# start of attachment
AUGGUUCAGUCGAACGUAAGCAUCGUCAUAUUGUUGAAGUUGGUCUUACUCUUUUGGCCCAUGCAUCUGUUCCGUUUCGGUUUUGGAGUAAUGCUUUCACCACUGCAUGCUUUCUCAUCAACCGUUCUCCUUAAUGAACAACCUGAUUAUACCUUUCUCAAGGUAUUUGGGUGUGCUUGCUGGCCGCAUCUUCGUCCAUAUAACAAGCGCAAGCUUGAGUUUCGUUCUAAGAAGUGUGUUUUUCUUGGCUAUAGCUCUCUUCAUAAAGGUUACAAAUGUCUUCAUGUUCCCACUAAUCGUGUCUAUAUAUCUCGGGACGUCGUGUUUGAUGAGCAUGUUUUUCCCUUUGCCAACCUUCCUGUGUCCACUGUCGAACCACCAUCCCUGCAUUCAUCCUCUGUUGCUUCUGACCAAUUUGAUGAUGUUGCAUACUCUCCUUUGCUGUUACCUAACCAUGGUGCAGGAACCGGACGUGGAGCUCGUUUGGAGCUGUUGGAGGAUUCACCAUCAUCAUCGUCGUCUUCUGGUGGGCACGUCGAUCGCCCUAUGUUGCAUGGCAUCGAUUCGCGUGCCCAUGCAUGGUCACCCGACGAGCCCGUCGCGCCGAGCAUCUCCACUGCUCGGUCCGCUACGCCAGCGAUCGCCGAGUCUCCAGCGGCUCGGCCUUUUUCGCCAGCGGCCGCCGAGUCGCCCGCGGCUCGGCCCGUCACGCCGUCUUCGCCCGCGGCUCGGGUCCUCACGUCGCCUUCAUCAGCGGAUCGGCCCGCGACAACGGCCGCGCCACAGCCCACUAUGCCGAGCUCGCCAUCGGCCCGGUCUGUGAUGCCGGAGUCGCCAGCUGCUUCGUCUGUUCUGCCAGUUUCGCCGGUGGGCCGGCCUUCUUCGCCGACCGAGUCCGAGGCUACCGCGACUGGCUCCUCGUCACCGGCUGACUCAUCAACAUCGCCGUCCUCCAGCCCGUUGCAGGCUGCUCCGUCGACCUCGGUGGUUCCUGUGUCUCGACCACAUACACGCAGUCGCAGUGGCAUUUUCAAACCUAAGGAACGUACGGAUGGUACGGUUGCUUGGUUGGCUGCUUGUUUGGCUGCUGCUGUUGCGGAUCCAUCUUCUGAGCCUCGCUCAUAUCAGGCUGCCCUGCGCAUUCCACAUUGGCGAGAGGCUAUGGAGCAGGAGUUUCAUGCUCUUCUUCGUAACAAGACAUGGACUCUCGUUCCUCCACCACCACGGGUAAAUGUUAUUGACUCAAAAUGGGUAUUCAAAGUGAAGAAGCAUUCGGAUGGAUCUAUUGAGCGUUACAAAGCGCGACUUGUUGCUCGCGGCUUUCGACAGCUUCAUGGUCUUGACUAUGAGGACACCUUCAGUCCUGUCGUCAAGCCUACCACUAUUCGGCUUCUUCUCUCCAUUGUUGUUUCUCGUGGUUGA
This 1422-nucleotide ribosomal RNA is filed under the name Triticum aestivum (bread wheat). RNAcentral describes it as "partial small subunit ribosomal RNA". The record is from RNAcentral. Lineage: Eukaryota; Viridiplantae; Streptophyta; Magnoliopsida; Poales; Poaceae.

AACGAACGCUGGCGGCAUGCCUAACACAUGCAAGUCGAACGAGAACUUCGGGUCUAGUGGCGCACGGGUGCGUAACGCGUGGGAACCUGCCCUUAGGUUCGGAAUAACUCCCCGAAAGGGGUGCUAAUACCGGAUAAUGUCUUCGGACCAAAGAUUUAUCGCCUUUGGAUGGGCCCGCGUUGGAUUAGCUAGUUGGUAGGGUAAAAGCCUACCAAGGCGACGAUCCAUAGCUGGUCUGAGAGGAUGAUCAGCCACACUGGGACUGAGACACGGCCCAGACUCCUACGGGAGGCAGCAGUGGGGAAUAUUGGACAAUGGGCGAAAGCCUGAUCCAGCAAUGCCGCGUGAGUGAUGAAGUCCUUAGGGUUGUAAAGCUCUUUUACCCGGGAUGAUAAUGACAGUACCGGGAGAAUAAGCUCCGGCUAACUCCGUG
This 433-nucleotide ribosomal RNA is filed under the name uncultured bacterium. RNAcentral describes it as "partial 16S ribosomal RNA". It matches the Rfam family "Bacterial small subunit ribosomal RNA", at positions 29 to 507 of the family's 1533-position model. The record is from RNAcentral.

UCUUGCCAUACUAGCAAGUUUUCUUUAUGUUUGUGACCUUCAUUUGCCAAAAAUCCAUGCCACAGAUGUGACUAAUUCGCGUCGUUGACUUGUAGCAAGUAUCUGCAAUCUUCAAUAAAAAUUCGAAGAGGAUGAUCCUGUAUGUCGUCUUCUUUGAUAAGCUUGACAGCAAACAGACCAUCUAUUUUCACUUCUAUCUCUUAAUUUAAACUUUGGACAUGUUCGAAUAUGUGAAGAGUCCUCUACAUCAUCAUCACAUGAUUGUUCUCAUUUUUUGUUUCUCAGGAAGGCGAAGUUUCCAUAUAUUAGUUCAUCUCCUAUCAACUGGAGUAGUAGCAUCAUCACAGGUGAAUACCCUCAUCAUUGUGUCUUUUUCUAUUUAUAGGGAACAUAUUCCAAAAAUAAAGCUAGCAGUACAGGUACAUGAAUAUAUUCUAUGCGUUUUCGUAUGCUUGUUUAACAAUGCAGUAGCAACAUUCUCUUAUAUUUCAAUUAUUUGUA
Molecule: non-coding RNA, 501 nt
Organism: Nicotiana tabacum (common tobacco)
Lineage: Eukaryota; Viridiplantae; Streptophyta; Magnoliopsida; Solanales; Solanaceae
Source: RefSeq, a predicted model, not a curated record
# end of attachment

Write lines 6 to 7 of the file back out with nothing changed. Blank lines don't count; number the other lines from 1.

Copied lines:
Molecule: non-coding RNA, 501 nt
Organism: Nicotiana tabacum (common tobacco)